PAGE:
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(ANTIMEDIA) March has been a quite the month for mass surveillance and the intelligence community.
On March 1st, the House Intelligence Committee met to discuss the renewal of Section 702 of the Foreign Intelligence Surveillance Act, the controversial policy that allowed the NSA to capture the contents of communications of Americans, using the ‘targeted’ surveillance of non-Americans abroad to justify it.
A week later, on March 7th, Wikileaks published its latest data set, 8,761 documents from a series of Central Intelligence Agency leaks that Wikileaks dubbed “Vault 7.”
Mainstream news responded sympathetically to the CIA, even promoting the most recent leaks as evidence that Assange has been playing into the hands of the Trump administration. Still others downplayed the leak. “The most striking thing about the WikiLeaks CIA data dump is how little most people cared,” quipped one Quartz headline.
While Vault 7 was a relatively low-level data breach that simply affirmed what many within the digital security world already knew, cyber activists such as Cindy Cohn, Executive Director of the Electronic Frontier Foundation, were most disturbed by the revelation that the CIA chose to not to inform technology companies of the weaknesses they found in certain software, essentially leaving the American public vulnerable to attacks from outside hackers.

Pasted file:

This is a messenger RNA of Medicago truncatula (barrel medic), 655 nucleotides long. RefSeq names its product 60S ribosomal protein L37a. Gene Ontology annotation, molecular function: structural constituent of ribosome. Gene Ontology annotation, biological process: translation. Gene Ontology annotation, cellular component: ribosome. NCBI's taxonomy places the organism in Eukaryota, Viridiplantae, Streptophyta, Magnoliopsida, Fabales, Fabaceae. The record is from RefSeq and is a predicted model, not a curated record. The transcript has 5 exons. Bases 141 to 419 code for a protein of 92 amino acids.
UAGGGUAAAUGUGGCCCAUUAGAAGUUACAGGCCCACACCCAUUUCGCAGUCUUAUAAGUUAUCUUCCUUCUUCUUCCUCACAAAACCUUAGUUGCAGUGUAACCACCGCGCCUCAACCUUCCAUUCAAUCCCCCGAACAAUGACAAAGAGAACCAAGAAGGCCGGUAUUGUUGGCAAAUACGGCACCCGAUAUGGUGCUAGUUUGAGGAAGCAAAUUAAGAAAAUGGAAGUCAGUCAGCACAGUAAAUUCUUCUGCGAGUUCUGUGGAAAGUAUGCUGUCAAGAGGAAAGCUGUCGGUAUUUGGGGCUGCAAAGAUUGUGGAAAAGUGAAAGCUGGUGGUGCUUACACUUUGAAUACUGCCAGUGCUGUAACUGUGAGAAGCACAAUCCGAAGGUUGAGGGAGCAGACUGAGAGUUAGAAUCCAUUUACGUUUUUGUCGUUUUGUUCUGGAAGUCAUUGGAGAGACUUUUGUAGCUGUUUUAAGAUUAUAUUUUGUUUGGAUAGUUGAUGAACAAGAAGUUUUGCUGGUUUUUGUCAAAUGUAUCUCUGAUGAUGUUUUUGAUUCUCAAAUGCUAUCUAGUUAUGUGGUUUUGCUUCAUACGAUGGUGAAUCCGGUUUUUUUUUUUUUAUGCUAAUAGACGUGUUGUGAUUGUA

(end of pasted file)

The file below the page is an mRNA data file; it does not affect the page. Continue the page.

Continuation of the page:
“People need to really turn to the CIA and ask them why—why aren’t they standing with tech companies and with the American people and people around the world to have secure products? That’s where their interest should be,” Cohn said in an interview with Democracy Now.
The leaks compelled former Democratic congressman Dennis Kucinich to write an op-ed for Fox News claiming the U.S. is heading towards a totalitarian state “where private lives do not exist.” In fact, both Kucinich and Senator Rand Paul used President Trump’s claim of being wiretapped by Obama as an opportunity to draw attention to the government’s unwarranted wiretapping of U.S. citizens.
Yet, as Anti-Media has observed, Congress as a whole has been more intent on protecting the government from insider leaks than protecting the public from government surveillance.